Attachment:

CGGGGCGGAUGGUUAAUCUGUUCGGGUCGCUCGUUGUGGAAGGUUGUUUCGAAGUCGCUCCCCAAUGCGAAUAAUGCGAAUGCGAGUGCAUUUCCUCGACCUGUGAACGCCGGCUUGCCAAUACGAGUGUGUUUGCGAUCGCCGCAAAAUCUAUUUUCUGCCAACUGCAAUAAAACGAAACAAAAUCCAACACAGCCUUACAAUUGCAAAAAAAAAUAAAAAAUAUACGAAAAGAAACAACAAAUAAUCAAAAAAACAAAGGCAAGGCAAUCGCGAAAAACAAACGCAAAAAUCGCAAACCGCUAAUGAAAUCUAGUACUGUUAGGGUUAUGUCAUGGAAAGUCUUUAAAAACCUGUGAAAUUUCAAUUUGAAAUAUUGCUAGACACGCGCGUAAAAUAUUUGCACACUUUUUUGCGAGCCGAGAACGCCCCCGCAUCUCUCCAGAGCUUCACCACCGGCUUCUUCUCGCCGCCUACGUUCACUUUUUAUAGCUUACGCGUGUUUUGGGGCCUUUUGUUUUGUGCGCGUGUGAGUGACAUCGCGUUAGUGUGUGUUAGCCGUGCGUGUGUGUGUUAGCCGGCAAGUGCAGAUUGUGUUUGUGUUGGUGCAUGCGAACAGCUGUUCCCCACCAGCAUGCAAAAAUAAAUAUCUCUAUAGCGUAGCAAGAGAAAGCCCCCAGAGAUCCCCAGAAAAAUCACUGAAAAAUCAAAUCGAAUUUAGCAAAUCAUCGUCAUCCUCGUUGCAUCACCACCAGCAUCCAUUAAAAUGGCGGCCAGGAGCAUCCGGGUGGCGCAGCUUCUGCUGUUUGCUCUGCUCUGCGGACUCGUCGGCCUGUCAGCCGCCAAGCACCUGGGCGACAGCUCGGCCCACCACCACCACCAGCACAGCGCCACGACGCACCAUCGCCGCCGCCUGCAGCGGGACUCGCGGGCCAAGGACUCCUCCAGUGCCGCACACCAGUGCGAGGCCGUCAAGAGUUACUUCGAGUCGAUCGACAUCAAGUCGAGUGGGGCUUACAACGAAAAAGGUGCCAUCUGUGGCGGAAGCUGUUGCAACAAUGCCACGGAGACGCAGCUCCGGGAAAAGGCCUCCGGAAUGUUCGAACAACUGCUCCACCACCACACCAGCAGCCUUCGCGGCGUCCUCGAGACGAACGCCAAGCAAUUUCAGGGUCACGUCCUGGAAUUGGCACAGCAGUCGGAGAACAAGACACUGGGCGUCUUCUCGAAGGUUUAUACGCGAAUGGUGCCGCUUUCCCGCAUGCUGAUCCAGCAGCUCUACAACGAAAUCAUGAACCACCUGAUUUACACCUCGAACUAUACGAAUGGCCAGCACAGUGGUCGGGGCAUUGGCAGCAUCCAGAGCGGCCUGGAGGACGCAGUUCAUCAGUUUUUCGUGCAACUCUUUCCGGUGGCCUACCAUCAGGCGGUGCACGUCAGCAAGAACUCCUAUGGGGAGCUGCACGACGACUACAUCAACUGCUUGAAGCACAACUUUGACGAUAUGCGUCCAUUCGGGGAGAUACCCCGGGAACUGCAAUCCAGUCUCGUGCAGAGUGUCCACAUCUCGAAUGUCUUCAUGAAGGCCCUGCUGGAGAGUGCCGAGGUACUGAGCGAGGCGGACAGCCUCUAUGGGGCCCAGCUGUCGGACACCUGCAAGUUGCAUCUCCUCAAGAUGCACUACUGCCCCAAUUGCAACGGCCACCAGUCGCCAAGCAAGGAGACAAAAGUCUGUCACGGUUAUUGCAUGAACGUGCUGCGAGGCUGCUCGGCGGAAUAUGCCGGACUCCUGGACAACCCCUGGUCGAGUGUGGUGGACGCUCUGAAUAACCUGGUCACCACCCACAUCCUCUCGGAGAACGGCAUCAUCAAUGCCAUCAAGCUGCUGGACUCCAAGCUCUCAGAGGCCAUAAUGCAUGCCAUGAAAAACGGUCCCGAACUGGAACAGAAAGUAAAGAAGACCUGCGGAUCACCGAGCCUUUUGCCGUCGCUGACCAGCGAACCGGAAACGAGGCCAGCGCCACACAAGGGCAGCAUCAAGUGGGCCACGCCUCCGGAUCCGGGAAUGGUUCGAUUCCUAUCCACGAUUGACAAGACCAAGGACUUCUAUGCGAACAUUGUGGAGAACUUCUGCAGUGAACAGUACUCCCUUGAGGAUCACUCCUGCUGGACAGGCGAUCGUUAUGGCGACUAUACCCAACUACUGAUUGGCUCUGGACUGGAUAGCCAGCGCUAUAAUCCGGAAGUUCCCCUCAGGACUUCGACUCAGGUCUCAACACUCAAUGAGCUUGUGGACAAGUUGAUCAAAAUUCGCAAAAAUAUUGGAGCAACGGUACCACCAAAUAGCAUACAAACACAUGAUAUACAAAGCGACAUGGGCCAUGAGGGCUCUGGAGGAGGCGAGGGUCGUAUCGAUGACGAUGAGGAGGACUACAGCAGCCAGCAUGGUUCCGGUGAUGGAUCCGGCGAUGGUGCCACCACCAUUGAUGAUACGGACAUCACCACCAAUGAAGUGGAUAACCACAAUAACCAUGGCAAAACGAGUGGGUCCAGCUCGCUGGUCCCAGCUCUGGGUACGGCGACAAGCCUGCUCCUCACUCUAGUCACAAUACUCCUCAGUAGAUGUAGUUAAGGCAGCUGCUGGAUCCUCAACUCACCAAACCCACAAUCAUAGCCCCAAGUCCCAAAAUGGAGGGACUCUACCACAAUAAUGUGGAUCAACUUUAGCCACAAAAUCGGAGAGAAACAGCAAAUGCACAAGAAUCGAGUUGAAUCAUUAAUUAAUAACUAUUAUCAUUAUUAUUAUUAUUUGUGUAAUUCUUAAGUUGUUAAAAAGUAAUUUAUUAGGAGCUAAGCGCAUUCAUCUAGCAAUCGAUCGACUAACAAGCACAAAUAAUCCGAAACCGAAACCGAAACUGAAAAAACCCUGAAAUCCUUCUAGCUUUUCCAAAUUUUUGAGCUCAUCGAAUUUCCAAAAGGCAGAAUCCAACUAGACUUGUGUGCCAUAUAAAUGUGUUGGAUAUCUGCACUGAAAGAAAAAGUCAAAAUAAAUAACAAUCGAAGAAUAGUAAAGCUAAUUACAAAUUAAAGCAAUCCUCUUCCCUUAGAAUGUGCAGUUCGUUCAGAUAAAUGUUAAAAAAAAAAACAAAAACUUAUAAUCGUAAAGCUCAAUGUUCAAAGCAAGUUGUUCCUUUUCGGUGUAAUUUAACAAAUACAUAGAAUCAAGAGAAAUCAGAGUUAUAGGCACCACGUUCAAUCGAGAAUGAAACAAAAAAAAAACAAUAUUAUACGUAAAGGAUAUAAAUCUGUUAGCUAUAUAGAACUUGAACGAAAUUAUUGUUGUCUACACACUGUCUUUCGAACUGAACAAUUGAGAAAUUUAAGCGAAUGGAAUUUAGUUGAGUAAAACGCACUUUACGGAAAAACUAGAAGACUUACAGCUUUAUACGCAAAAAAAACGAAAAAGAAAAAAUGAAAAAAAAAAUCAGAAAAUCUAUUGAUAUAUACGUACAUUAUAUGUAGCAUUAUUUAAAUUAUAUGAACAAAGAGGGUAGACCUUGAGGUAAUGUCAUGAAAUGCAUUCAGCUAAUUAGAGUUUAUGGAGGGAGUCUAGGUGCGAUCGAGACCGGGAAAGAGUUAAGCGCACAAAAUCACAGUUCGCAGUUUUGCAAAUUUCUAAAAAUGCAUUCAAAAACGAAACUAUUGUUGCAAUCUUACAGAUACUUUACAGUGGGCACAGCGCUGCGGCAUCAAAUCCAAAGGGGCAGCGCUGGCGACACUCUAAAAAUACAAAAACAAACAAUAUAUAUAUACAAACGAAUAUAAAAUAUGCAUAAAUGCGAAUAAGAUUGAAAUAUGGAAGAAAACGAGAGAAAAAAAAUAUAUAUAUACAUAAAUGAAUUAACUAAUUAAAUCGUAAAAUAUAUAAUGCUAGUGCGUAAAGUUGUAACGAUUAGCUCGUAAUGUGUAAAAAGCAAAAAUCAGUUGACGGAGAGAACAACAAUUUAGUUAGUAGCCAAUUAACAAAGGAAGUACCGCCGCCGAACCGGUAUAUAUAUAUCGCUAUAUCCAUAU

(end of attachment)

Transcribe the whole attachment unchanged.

CGGGGCGGAUGGUUAAUCUGUUCGGGUCGCUCGUUGUGGAAGGUUGUUUCGAAGUCGCUCCCCAAUGCGAAUAAUGCGAAUGCGAGUGCAUUUCCUCGACCUGUGAACGCCGGCUUGCCAAUACGAGUGUGUUUGCGAUCGCCGCAAAAUCUAUUUUCUGCCAACUGCAAUAAAACGAAACAAAAUCCAACACAGCCUUACAAUUGCAAAAAAAAAUAAAAAAUAUACGAAAAGAAACAACAAAUAAUCAAAAAAACAAAGGCAAGGCAAUCGCGAAAAACAAACGCAAAAAUCGCAAACCGCUAAUGAAAUCUAGUACUGUUAGGGUUAUGUCAUGGAAAGUCUUUAAAAACCUGUGAAAUUUCAAUUUGAAAUAUUGCUAGACACGCGCGUAAAAUAUUUGCACACUUUUUUGCGAGCCGAGAACGCCCCCGCAUCUCUCCAGAGCUUCACCACCGGCUUCUUCUCGCCGCCUACGUUCACUUUUUAUAGCUUACGCGUGUUUUGGGGCCUUUUGUUUUGUGCGCGUGUGAGUGACAUCGCGUUAGUGUGUGUUAGCCGUGCGUGUGUGUGUUAGCCGGCAAGUGCAGAUUGUGUUUGUGUUGGUGCAUGCGAACAGCUGUUCCCCACCAGCAUGCAAAAAUAAAUAUCUCUAUAGCGUAGCAAGAGAAAGCCCCCAGAGAUCCCCAGAAAAAUCACUGAAAAAUCAAAUCGAAUUUAGCAAAUCAUCGUCAUCCUCGUUGCAUCACCACCAGCAUCCAUUAAAAUGGCGGCCAGGAGCAUCCGGGUGGCGCAGCUUCUGCUGUUUGCUCUGCUCUGCGGACUCGUCGGCCUGUCAGCCGCCAAGCACCUGGGCGACAGCUCGGCCCACCACCACCACCAGCACAGCGCCACGACGCACCAUCGCCGCCGCCUGCAGCGGGACUCGCGGGCCAAGGACUCCUCCAGUGCCGCACACCAGUGCGAGGCCGUCAAGAGUUACUUCGAGUCGAUCGACAUCAAGUCGAGUGGGGCUUACAACGAAAAAGGUGCCAUCUGUGGCGGAAGCUGUUGCAACAAUGCCACGGAGACGCAGCUCCGGGAAAAGGCCUCCGGAAUGUUCGAACAACUGCUCCACCACCACACCAGCAGCCUUCGCGGCGUCCUCGAGACGAACGCCAAGCAAUUUCAGGGUCACGUCCUGGAAUUGGCACAGCAGUCGGAGAACAAGACACUGGGCGUCUUCUCGAAGGUUUAUACGCGAAUGGUGCCGCUUUCCCGCAUGCUGAUCCAGCAGCUCUACAACGAAAUCAUGAACCACCUGAUUUACACCUCGAACUAUACGAAUGGCCAGCACAGUGGUCGGGGCAUUGGCAGCAUCCAGAGCGGCCUGGAGGACGCAGUUCAUCAGUUUUUCGUGCAACUCUUUCCGGUGGCCUACCAUCAGGCGGUGCACGUCAGCAAGAACUCCUAUGGGGAGCUGCACGACGACUACAUCAACUGCUUGAAGCACAACUUUGACGAUAUGCGUCCAUUCGGGGAGAUACCCCGGGAACUGCAAUCCAGUCUCGUGCAGAGUGUCCACAUCUCGAAUGUCUUCAUGAAGGCCCUGCUGGAGAGUGCCGAGGUACUGAGCGAGGCGGACAGCCUCUAUGGGGCCCAGCUGUCGGACACCUGCAAGUUGCAUCUCCUCAAGAUGCACUACUGCCCCAAUUGCAACGGCCACCAGUCGCCAAGCAAGGAGACAAAAGUCUGUCACGGUUAUUGCAUGAACGUGCUGCGAGGCUGCUCGGCGGAAUAUGCCGGACUCCUGGACAACCCCUGGUCGAGUGUGGUGGACGCUCUGAAUAACCUGGUCACCACCCACAUCCUCUCGGAGAACGGCAUCAUCAAUGCCAUCAAGCUGCUGGACUCCAAGCUCUCAGAGGCCAUAAUGCAUGCCAUGAAAAACGGUCCCGAACUGGAACAGAAAGUAAAGAAGACCUGCGGAUCACCGAGCCUUUUGCCGUCGCUGACCAGCGAACCGGAAACGAGGCCAGCGCCACACAAGGGCAGCAUCAAGUGGGCCACGCCUCCGGAUCCGGGAAUGGUUCGAUUCCUAUCCACGAUUGACAAGACCAAGGACUUCUAUGCGAACAUUGUGGAGAACUUCUGCAGUGAACAGUACUCCCUUGAGGAUCACUCCUGCUGGACAGGCGAUCGUUAUGGCGACUAUACCCAACUACUGAUUGGCUCUGGACUGGAUAGCCAGCGCUAUAAUCCGGAAGUUCCCCUCAGGACUUCGACUCAGGUCUCAACACUCAAUGAGCUUGUGGACAAGUUGAUCAAAAUUCGCAAAAAUAUUGGAGCAACGGUACCACCAAAUAGCAUACAAACACAUGAUAUACAAAGCGACAUGGGCCAUGAGGGCUCUGGAGGAGGCGAGGGUCGUAUCGAUGACGAUGAGGAGGACUACAGCAGCCAGCAUGGUUCCGGUGAUGGAUCCGGCGAUGGUGCCACCACCAUUGAUGAUACGGACAUCACCACCAAUGAAGUGGAUAACCACAAUAACCAUGGCAAAACGAGUGGGUCCAGCUCGCUGGUCCCAGCUCUGGGUACGGCGACAAGCCUGCUCCUCACUCUAGUCACAAUACUCCUCAGUAGAUGUAGUUAAGGCAGCUGCUGGAUCCUCAACUCACCAAACCCACAAUCAUAGCCCCAAGUCCCAAAAUGGAGGGACUCUACCACAAUAAUGUGGAUCAACUUUAGCCACAAAAUCGGAGAGAAACAGCAAAUGCACAAGAAUCGAGUUGAAUCAUUAAUUAAUAACUAUUAUCAUUAUUAUUAUUAUUUGUGUAAUUCUUAAGUUGUUAAAAAGUAAUUUAUUAGGAGCUAAGCGCAUUCAUCUAGCAAUCGAUCGACUAACAAGCACAAAUAAUCCGAAACCGAAACCGAAACUGAAAAAACCCUGAAAUCCUUCUAGCUUUUCCAAAUUUUUGAGCUCAUCGAAUUUCCAAAAGGCAGAAUCCAACUAGACUUGUGUGCCAUAUAAAUGUGUUGGAUAUCUGCACUGAAAGAAAAAGUCAAAAUAAAUAACAAUCGAAGAAUAGUAAAGCUAAUUACAAAUUAAAGCAAUCCUCUUCCCUUAGAAUGUGCAGUUCGUUCAGAUAAAUGUUAAAAAAAAAAACAAAAACUUAUAAUCGUAAAGCUCAAUGUUCAAAGCAAGUUGUUCCUUUUCGGUGUAAUUUAACAAAUACAUAGAAUCAAGAGAAAUCAGAGUUAUAGGCACCACGUUCAAUCGAGAAUGAAACAAAAAAAAAACAAUAUUAUACGUAAAGGAUAUAAAUCUGUUAGCUAUAUAGAACUUGAACGAAAUUAUUGUUGUCUACACACUGUCUUUCGAACUGAACAAUUGAGAAAUUUAAGCGAAUGGAAUUUAGUUGAGUAAAACGCACUUUACGGAAAAACUAGAAGACUUACAGCUUUAUACGCAAAAAAAACGAAAAAGAAAAAAUGAAAAAAAAAAUCAGAAAAUCUAUUGAUAUAUACGUACAUUAUAUGUAGCAUUAUUUAAAUUAUAUGAACAAAGAGGGUAGACCUUGAGGUAAUGUCAUGAAAUGCAUUCAGCUAAUUAGAGUUUAUGGAGGGAGUCUAGGUGCGAUCGAGACCGGGAAAGAGUUAAGCGCACAAAAUCACAGUUCGCAGUUUUGCAAAUUUCUAAAAAUGCAUUCAAAAACGAAACUAUUGUUGCAAUCUUACAGAUACUUUACAGUGGGCACAGCGCUGCGGCAUCAAAUCCAAAGGGGCAGCGCUGGCGACACUCUAAAAAUACAAAAACAAACAAUAUAUAUAUACAAACGAAUAUAAAAUAUGCAUAAAUGCGAAUAAGAUUGAAAUAUGGAAGAAAACGAGAGAAAAAAAAUAUAUAUAUACAUAAAUGAAUUAACUAAUUAAAUCGUAAAAUAUAUAAUGCUAGUGCGUAAAGUUGUAACGAUUAGCUCGUAAUGUGUAAAAAGCAAAAAUCAGUUGACGGAGAGAACAACAAUUUAGUUAGUAGCCAAUUAACAAAGGAAGUACCGCCGCCGAACCGGUAUAUAUAUAUCGCUAUAUCCAUAU